Friday, October 13, 2017


Linda with Tarahumara baby, 2009
I think she wanted to bring it home with her

They talk about “American  exceptionalism”.  There is no doubt that we are exceptional in many ways.  We are exceptionally powerful, economically as well as militarily.  We are exceptionally lucky to be situated on North America and not, for instance, West Africa.  We are exceptionally lucky to have a secular state, rather than one based on religion.  Likewise, we are fortunate enough to have the NY Yankees and the New England Patriots to hate.  So, by and large, we should be very  happy to have been born here, rather than in Yemen, for example.

But on some things it seems to me that we are exceptionally stupid.  In school I was taught that our system of government was created by very wise men, and was the best ever devised.  But why, then, do we have total gridlock in Washington and a bunch of clowns for leaders?  Is it the fault of the Founding Fathers, or are we modern voters to blame.  Possibly a bit of both, I believe. 

But one facet of life we approach in an exceptionally stupid way, for sure – our system of providing health care.  What pushed me into this tirade is the fact, which I just learned…

that in Australia every woman with any risk factors can now get tested for BRCA mutations on the cheap, whereas in this country one actually has to  HAVE the damned disease!  How many American lives are tossed away needlessly each year, in order to save a few bucks?  We need more cancer biologists, and fewer statisticians and economists.  So say I.

I am in a bad mood this morning.

Thursday, October 12, 2017


Linda and a stuffed something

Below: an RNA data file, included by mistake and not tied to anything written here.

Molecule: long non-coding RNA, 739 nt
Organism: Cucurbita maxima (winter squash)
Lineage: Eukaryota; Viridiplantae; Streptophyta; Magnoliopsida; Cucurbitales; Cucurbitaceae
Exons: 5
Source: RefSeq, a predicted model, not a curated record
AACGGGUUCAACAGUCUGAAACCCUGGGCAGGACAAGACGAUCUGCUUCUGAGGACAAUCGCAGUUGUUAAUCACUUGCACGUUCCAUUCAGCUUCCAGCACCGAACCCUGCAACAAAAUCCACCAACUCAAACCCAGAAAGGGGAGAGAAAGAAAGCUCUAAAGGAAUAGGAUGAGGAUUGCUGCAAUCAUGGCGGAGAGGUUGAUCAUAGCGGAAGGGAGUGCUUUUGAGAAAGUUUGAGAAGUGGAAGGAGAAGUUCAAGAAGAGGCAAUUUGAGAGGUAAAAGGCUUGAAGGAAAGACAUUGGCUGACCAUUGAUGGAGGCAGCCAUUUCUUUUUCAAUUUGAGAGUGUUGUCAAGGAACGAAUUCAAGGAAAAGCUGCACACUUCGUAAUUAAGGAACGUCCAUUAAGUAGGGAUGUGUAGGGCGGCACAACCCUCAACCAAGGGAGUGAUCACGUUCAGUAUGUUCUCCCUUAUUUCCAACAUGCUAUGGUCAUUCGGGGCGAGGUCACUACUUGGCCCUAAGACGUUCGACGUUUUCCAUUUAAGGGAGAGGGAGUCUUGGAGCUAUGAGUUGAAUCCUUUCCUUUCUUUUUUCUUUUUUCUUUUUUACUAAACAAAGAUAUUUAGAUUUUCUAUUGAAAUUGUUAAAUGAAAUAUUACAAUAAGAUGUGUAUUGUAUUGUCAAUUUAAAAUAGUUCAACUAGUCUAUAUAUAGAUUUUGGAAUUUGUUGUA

Despite my somewhat ambiguous first name (Myrl), I am male and consequently know about such things as hot flashes, night sweats and sleeplessness (post-menopausal symptoms, apparently) only at second hand.  They seem to be serious enough, however, that hormone therapy – estrogen, progestin – have been prescribed to ease them.  In 1993 a massive study was undertaken to test the safety and efficacy of this drug regimen.  It was terminated prematurely in 2002 because, as I read it, taking estrogen in combination with progestin caused a statistically-significant increase in the incidence if stroke, breast cancer, and blood clots.  On the basis of this result I have advised against hormone therapy multiple times (eg.,  So maybe I was wrong.
The massive study referred to above (the Women’s Health Initiative) was continued (after withdrawing the drugs) in the sense that the subsequent histories of the participants were studied.  Big surprise: the placebo group and the group that received the drugs had statistically-significant identical rates of mortality.  I probably know less about statistics than I know about cancer biology, if that is possible, but this sounds weird to me; if the drug-getters had more life-threatening side effects than the placebo group, how come they didn’t die more?  I have to assume that all the stats were done correctly – so what gives?  Did they mix a little Atropa belladonna into the placebo?  Or maybe GMO-enhanced polyunsaturated fructose sugar?  None of these is possible, of course, leaving me baffled.
There are some other important statistics in the article:  Some of them suggest to me that the culprit here is progestin, and that estrogen alone may be safe and beneficial under certain circumstances.  As always, consult someone who knows.  Maybe several.

Sunday, October 8, 2017